France moves towards more flexible electricity system


This article is part of our special report Renewables’ integration in the electricity grid.

Author: Nelly Moussu /

Content of this article does not reflect the positions or opinions of the EU-SysFlex project or its partners. EU-SysFlex is not responsible for the information or opinions included in this article.


Energy professionals working on better integrating the growing number of renewable energies into the French energy mix are finding the varying number of renewable energies challenging EURACTIV France reports.

Despite the challenges, aggregating multiple decentralised sources, using so-called “smart grids” and goodwill could help with better integration.

French electricity is currently mostly made up of nuclear energy, representing 69% of the mix. However, what has been termed a “controllable” energy source should decrease in the coming years and replace solar and wind energy – both intermittent by nature.

At the same time, the EU has also set its target for 2030 to increase the share of renewables across the bloc to 40%, according to the new targets put forward by the European Commission to meet the climate objectives of the Paris Agreement.

In Denmark, solar and wind power already represent more than 50% of the electricity mix, while in Spain, Ireland, Portugal and Germany, the rate is around 30%.

But integrating the various and intermittent renewable energies into the energy mixes will gradually become more complex.

Hydropower is currently the primary renewable energy source in France, accounting for 13% of the mix, followed by wind power, representing 7.9%.

“In the future, what will develop more rapidly are wind and photovoltaic energy,” Marie-Ann Evans Calmels, technical director of the EU-SysFlex project at EDF, has said.

But for each type of energy, integration problems into the electricity grid are not the same.

Although it is seasonal, hydroelectricity can be controlled, whereas solar and wind power are highly dependent on weather conditions and are constrained by their intermittence.

“Variations in hydraulic production are much slower than variations in wind and photovoltaic production; the latter is highly variable,” Yves Barlier, the smart grids director at Enedis, has confirmed.

The overall challenge is to balance electricity production and demand in real-time. But there are other issues to consider, such as voltage control.

This is the purpose of the Horizon 2020 research project called EU-SysFlex.

From November 2017 to February 2022, seven industrial demonstrators – including one in France – tested several solutions for integrating renewable energy sources into the electricity grid; more precisely, the integration of at least 50% renewable energy sources.

Nuclear power, a flexible energy

The first solution is to aggregate multiple decentralised resources. This makes it possible to balance supply and demand by relying on wind farms, solar farms, energy storage systems, electric vehicles and heat pumps.

And the larger the grid, the simpler it is. While a gust of wind in France’s north-western city of Brest may have no impact on a national scale, it would complicate the electricity network management at the city level.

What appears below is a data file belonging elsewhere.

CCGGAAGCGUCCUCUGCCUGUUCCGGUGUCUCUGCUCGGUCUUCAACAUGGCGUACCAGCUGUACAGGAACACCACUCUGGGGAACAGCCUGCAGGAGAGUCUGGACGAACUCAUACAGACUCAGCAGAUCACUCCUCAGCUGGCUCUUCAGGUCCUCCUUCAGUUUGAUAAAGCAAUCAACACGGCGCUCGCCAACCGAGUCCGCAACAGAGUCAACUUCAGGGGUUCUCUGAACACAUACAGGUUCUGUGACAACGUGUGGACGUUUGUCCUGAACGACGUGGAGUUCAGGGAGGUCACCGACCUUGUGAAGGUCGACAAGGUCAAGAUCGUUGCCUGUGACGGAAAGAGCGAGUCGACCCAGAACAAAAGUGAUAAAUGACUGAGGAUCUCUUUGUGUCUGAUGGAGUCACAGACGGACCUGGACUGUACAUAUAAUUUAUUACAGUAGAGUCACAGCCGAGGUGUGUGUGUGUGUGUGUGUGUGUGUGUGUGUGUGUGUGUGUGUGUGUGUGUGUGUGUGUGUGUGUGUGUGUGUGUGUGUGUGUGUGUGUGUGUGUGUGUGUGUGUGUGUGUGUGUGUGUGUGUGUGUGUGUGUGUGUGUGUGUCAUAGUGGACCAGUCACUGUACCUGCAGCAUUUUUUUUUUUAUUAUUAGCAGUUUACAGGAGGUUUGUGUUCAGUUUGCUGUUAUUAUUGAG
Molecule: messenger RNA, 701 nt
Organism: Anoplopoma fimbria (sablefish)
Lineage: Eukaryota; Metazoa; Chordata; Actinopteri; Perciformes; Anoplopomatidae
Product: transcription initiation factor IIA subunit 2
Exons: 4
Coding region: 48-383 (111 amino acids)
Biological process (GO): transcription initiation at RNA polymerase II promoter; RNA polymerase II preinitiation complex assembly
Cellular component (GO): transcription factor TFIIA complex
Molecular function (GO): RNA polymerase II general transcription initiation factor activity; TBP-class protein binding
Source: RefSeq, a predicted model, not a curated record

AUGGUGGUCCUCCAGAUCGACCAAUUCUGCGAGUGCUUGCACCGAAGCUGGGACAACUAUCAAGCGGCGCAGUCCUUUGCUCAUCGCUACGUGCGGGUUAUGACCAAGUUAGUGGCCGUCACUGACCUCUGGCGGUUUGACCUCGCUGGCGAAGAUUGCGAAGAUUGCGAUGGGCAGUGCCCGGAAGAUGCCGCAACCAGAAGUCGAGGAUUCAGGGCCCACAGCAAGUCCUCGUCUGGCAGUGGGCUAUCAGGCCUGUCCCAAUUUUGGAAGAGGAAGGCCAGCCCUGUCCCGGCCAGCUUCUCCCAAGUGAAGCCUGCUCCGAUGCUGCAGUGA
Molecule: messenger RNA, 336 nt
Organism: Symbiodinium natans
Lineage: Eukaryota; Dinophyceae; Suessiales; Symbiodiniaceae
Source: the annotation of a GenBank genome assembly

This makes production more flexible, adapting particular energy according to climate or demand fluctuations.

For France’s energy mix, nuclear can also be flexible. “The share of nuclear power can go up or down; it is a flexible energy source, just like a gas or coal-fired power station,” Barlier also said.

“Today, we still rely heavily on the flexibilities provided by the existing energy mix, namely nuclear and hydro,” said Calmels. “We, therefore, need to imagine how to rely on the flexibilities of tomorrow, provided by the fleet that will be in place by 2030 and then by 2050,” she added.

‘Smart’ grids and goodwill

Another way to integrate more renewables into the grid is to work on demand. “Part of the consumption will have to adapt to the production,” said Barlier.

Cold rooms in shopping centres could, for example, be used flexibly and not powered when there is neither wind nor sun. “A cold room can be kept at minus 20°C for several hours without electricity if it is well insulated,” explained Barlier.

Flexible consumption, at first with large industrial companies, could thus be developed. Several technologies would even allow such a system to be controlled in real-time, using smart grids or connected objects like the Linky meter.

However, there is also a need for goodwill.

Under French law, for instance, flexibility cannot be imposed on consumption, meaning compensation is the only way to convince energy consumers. “Flexibility in production is well controlled. But flexibility in consumption is a little bit new,” said Barlier.

Although the technologies already exist, goodwill appears to be the most uncertain parameter for developing flexibility in consumption.

In France, electricity suppliers like Engie already offer ways to control and modulate consumption remotely.

“Thanks to occasional cuts in the supply of heating and electric hot water of 15 to 20 minutes per hour, it would be possible to achieve average savings of around 5-8% of daily electricity consumption on days when the system is switched off,” Engie explains on its website.

This all poses a series of significant challenges in scaling within the EU, data interoperability, coordination between players, organisation of the energy market, and many other issues that the EU is currently looking into.

In the meantime, the flexibility of production should be put to the test after French President Emmanuel Macron announced increasing nuclear, wind and solar in the country’s energy mix.


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